Vice Admiral Herbert Sharples Rayner DSC & Bar, CD (16 January 1911 – 30 May 1976) was a Royal Canadian Navy officer who served as Chief of the Naval Staff from 1960 to 1964.Horace Law
Admiral Sir Horace Rochfort Law (23 June 1911 – 30 January 2005) was Commander-in-Chief Naval Home Command.James Johnson (South African Navy officer)
Vice-Admiral James 'Johnny' Johnson (10 February 1918 – 2 October 1990) was a former Chief of the South African Navy (1 April 1972 to 30 September 1977).
He was nicknamed "Flam" after his wartime red beard - "Vlambaard" in Afrikaans.John Bush (Royal Navy officer)
Admiral Sir John Fitzroy Duyland Bush (1 November 1914 – 10 May 2013) was a British Royal Navy officer who served as Commander-in-Chief Western Fleet.John Eaton (Royal Navy officer)
Vice Admiral Sir John William Musgrave Eaton, (3 November 1902 – 21 July 1981) was a Royal Navy officer who served as Commander-in-Chief America and West Indies Station from 1955 to 1956.Maurice Wood
Maurice Arthur Ponsonby Wood, (26 August 1916 – 24 June 2007) was an Anglican bishop in the Evangelical tradition. He was a Royal Navy commando chaplain in World War II and later the Bishop of Norwich.Nilakanta Krishnan
Vice Admiral Nilakanta Krishnan, PVSM, DSC (1919 – January 1982) was an Indian Navy Admiral. He was the Flag Officer Commanding-in-Chief of the Eastern Naval Command during the 1971 Indo-Pakistani War. He is credited with using a very innovative strategy, while commanding the Eastern Navy which had the aircraft carrier INS Vikrant, in the Bay of Bengal. He is believed to have tricked the Pakistani submarine PNS Ghazi, which was on a search and destroy mission, into entering Visakhapatnam; where it was eliminated.Owen Woodhouse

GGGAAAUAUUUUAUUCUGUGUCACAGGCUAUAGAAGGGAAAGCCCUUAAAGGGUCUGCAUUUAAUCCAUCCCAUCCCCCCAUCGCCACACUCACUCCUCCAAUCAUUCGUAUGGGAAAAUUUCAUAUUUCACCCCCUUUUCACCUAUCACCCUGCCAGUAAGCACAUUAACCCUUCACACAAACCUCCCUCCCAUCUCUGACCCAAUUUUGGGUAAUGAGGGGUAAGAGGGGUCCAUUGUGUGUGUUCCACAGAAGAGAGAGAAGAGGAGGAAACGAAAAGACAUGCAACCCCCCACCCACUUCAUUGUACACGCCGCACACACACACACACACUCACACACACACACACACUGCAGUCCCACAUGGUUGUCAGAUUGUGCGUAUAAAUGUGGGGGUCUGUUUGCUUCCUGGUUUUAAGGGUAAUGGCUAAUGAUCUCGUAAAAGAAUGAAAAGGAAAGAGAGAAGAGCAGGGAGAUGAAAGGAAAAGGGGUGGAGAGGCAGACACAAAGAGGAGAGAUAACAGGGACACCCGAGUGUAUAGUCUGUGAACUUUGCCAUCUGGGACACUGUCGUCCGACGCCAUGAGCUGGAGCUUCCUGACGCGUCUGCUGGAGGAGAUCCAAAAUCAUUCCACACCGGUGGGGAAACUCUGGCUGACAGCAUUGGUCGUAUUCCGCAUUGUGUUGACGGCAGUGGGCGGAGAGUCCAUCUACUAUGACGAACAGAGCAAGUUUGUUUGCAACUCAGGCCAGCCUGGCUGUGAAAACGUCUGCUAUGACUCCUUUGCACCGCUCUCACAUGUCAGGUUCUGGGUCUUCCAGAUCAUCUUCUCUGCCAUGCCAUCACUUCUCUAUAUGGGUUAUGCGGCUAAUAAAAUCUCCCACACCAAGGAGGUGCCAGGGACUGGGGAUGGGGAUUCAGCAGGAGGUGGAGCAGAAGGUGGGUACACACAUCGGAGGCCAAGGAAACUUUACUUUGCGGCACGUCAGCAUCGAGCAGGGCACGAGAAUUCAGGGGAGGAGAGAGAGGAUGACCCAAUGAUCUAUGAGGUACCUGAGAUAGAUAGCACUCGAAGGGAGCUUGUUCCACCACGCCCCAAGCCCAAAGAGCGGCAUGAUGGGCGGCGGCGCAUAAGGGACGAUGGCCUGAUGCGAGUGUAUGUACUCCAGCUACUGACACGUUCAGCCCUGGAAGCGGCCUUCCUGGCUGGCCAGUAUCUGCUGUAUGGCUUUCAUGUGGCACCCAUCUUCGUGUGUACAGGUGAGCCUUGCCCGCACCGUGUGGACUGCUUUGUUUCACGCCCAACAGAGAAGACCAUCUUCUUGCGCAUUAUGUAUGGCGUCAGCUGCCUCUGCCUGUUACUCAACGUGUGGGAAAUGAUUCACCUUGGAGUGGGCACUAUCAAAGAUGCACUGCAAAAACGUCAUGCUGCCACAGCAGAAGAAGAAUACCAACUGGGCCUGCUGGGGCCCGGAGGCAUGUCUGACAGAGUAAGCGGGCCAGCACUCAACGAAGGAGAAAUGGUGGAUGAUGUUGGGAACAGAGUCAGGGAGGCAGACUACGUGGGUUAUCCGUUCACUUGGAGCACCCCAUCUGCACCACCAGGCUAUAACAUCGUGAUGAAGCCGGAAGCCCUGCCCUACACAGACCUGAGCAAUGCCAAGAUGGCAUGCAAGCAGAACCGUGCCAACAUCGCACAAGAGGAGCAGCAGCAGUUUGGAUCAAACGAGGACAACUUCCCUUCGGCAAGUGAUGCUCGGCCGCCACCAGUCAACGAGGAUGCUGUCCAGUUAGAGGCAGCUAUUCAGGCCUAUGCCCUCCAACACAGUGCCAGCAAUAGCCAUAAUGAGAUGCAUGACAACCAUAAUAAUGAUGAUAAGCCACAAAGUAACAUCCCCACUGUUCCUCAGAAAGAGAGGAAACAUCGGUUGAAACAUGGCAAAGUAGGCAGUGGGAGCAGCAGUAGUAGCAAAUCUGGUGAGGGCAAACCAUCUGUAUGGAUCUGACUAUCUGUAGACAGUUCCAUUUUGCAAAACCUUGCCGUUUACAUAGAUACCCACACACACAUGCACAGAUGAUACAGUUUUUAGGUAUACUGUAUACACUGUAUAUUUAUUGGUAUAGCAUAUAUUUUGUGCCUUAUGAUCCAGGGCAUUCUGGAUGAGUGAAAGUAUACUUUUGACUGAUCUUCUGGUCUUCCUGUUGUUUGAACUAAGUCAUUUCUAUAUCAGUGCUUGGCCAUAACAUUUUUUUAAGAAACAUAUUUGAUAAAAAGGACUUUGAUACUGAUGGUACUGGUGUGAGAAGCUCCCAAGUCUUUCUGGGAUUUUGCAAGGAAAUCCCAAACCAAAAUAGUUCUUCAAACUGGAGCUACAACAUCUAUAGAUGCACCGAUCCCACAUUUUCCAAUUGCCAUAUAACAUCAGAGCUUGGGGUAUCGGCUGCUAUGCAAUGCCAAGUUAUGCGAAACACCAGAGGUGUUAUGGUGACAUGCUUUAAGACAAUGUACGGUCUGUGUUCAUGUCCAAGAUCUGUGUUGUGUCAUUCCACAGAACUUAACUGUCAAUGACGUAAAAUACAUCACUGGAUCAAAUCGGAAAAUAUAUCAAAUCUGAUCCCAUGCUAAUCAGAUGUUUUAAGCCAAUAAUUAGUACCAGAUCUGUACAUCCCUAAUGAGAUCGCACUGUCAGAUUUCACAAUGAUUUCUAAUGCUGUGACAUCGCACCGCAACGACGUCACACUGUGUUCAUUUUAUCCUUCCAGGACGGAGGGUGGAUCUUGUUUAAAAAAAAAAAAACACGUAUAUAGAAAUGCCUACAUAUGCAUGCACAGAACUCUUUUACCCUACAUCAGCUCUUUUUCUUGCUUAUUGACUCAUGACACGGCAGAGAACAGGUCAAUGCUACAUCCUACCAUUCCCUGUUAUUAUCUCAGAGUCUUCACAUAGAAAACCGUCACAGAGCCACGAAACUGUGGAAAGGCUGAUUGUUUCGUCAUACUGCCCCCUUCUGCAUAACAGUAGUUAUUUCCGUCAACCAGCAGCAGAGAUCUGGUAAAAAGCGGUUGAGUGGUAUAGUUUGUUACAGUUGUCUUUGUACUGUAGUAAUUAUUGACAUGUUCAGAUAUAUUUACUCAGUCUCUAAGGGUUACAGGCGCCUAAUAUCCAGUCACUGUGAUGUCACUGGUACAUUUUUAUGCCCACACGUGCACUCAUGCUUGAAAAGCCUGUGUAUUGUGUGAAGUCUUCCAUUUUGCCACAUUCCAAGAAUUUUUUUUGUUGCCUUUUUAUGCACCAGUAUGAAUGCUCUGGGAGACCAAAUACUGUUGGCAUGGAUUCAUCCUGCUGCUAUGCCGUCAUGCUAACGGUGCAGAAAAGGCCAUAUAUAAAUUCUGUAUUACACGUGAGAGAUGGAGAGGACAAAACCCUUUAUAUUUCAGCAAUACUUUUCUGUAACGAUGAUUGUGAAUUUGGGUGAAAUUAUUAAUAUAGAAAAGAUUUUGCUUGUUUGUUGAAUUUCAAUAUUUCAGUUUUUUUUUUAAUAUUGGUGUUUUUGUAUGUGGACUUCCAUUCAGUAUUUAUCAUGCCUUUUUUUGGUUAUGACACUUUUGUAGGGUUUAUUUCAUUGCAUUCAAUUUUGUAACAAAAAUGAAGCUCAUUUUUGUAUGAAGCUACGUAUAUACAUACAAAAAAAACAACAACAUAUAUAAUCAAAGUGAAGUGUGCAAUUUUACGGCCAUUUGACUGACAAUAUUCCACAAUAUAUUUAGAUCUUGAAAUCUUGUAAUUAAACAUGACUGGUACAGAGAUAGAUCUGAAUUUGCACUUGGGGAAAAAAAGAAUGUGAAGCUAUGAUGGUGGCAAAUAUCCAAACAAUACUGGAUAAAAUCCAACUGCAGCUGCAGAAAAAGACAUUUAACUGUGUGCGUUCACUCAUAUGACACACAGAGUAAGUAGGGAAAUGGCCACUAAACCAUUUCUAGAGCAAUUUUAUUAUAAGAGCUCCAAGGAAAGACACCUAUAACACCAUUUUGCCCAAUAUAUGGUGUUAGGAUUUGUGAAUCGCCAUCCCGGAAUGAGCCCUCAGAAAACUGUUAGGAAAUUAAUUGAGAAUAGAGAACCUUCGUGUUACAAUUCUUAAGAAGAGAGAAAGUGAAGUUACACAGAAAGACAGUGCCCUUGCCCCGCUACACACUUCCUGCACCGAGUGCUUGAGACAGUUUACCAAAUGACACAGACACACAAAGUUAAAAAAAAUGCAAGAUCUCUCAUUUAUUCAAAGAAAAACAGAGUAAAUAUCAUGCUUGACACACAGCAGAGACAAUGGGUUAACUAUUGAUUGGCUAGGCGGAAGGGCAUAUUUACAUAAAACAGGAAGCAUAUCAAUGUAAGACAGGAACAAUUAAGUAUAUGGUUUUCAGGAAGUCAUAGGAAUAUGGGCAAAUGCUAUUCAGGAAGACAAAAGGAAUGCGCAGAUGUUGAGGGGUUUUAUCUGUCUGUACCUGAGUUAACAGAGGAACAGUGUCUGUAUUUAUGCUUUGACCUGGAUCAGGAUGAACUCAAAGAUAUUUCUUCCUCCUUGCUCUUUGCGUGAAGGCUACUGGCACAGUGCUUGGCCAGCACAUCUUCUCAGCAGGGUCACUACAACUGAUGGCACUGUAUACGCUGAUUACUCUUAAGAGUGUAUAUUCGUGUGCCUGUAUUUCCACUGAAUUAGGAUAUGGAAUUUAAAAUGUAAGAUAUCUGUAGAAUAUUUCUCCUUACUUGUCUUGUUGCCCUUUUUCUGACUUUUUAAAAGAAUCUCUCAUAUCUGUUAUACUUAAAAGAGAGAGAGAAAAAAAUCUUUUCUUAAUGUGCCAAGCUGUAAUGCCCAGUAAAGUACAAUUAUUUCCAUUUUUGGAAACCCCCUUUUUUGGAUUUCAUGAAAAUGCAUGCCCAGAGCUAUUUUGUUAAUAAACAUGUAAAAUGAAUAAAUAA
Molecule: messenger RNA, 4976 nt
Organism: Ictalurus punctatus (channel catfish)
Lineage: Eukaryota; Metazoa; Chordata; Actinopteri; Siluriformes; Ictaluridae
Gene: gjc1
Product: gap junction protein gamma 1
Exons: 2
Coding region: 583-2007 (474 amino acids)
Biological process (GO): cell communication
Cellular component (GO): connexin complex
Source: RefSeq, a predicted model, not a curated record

Sir Arthur Owen Woodhouse (18 July 1916 – 15 April 2014) was a New Zealand jurist and chair of government commissions.Patrick Graham (Royal Navy officer)
Rear-Admiral Patrick Walter Willingdon Graham, CB, DSC (26 February 1915 – 31 May 1980) was a Royal Navy officer.Peter Bull
Peter Cecil Bull, (21 March 1912 – 20 May 1984) was a British character actor who appeared in supporting roles in such film classics as The African Queen, Tom Jones and Dr. Strangelove.Peter Hellings
General Sir Peter William Cradock Hellings, (6 September 1916 – 2 November 1990) was a Royal Marines officer who served as Commandant General Royal Marines from 1968 to 1971.Phil Connolly
Philip George Connolly (14 November 1899 – 13 February 1970) was a New Zealand politician of the Labour Party.William Anderson (bishop of Salisbury)
William Louis Anderson DSC (11 February 1882 – 5 March 1972) was the Church of England Bishop of Portsmouth and then the Bishop of Salisbury. He also held what is believed to be the unique distinction of being the only bishop to have served in all three of the armed services.
|Orders of chivalry|
Sorted in order of wear per era or 1994 constituent force
until 6 April 1952